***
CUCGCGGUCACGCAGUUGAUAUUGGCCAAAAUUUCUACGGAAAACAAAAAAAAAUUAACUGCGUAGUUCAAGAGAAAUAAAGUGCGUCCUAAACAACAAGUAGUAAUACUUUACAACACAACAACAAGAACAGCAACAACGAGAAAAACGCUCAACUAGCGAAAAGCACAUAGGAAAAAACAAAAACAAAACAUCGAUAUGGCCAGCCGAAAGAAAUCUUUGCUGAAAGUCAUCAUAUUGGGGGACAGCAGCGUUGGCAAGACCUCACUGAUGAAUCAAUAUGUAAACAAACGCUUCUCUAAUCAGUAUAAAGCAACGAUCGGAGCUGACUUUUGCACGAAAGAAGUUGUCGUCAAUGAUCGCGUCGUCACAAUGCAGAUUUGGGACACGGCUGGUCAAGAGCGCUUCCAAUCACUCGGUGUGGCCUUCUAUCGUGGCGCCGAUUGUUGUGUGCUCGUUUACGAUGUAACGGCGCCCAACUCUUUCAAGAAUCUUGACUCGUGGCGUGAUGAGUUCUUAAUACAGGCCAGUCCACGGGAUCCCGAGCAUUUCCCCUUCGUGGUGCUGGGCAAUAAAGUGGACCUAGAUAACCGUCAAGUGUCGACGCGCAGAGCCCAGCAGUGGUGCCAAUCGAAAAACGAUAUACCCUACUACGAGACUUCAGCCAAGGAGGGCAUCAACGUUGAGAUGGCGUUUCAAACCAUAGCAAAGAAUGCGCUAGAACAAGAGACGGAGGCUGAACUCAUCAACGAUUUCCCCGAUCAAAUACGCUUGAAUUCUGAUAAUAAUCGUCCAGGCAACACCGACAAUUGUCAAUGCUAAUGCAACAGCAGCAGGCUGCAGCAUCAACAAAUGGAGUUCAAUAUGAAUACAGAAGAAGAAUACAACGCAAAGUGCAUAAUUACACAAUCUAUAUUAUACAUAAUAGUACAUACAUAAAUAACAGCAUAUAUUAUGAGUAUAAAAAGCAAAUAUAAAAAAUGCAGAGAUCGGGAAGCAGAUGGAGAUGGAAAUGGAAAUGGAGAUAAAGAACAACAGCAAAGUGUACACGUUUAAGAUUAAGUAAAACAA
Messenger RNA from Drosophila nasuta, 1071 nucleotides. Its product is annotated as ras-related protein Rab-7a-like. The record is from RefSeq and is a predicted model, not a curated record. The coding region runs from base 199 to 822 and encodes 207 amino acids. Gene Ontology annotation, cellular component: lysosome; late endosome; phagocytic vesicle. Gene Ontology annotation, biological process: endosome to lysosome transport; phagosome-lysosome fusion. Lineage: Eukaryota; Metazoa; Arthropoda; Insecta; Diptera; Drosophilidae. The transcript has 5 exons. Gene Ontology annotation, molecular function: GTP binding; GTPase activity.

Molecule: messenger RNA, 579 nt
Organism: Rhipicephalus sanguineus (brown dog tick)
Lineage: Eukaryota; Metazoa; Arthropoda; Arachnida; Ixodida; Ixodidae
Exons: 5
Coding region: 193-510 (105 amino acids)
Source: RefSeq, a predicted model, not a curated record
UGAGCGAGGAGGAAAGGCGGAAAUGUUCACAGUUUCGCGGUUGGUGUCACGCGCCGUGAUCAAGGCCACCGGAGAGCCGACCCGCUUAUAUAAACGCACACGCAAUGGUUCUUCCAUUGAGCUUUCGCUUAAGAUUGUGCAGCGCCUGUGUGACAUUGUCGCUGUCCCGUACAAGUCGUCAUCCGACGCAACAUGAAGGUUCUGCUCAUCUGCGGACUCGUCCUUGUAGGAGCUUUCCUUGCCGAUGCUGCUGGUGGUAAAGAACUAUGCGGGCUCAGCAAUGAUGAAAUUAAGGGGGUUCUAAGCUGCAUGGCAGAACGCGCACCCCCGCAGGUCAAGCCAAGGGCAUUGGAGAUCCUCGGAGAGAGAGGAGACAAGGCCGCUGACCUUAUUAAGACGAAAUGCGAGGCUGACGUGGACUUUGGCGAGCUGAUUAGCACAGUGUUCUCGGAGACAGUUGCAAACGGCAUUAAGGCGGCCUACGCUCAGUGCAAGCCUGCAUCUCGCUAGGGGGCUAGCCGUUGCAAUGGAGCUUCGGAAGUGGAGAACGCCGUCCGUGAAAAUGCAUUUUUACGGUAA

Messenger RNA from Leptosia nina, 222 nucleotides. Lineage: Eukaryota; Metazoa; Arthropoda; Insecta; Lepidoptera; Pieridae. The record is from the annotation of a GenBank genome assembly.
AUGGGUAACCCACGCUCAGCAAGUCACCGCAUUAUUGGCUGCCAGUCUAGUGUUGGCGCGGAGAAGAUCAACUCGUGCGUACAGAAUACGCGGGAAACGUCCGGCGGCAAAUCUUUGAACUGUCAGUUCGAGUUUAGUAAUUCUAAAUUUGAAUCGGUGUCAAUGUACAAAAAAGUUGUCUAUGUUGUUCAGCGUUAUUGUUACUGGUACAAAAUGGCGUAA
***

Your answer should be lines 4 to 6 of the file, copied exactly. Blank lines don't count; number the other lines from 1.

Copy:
Organism: Rhipicephalus sanguineus (brown dog tick)
Lineage: Eukaryota; Metazoa; Arthropoda; Arachnida; Ixodida; Ixodidae
Exons: 5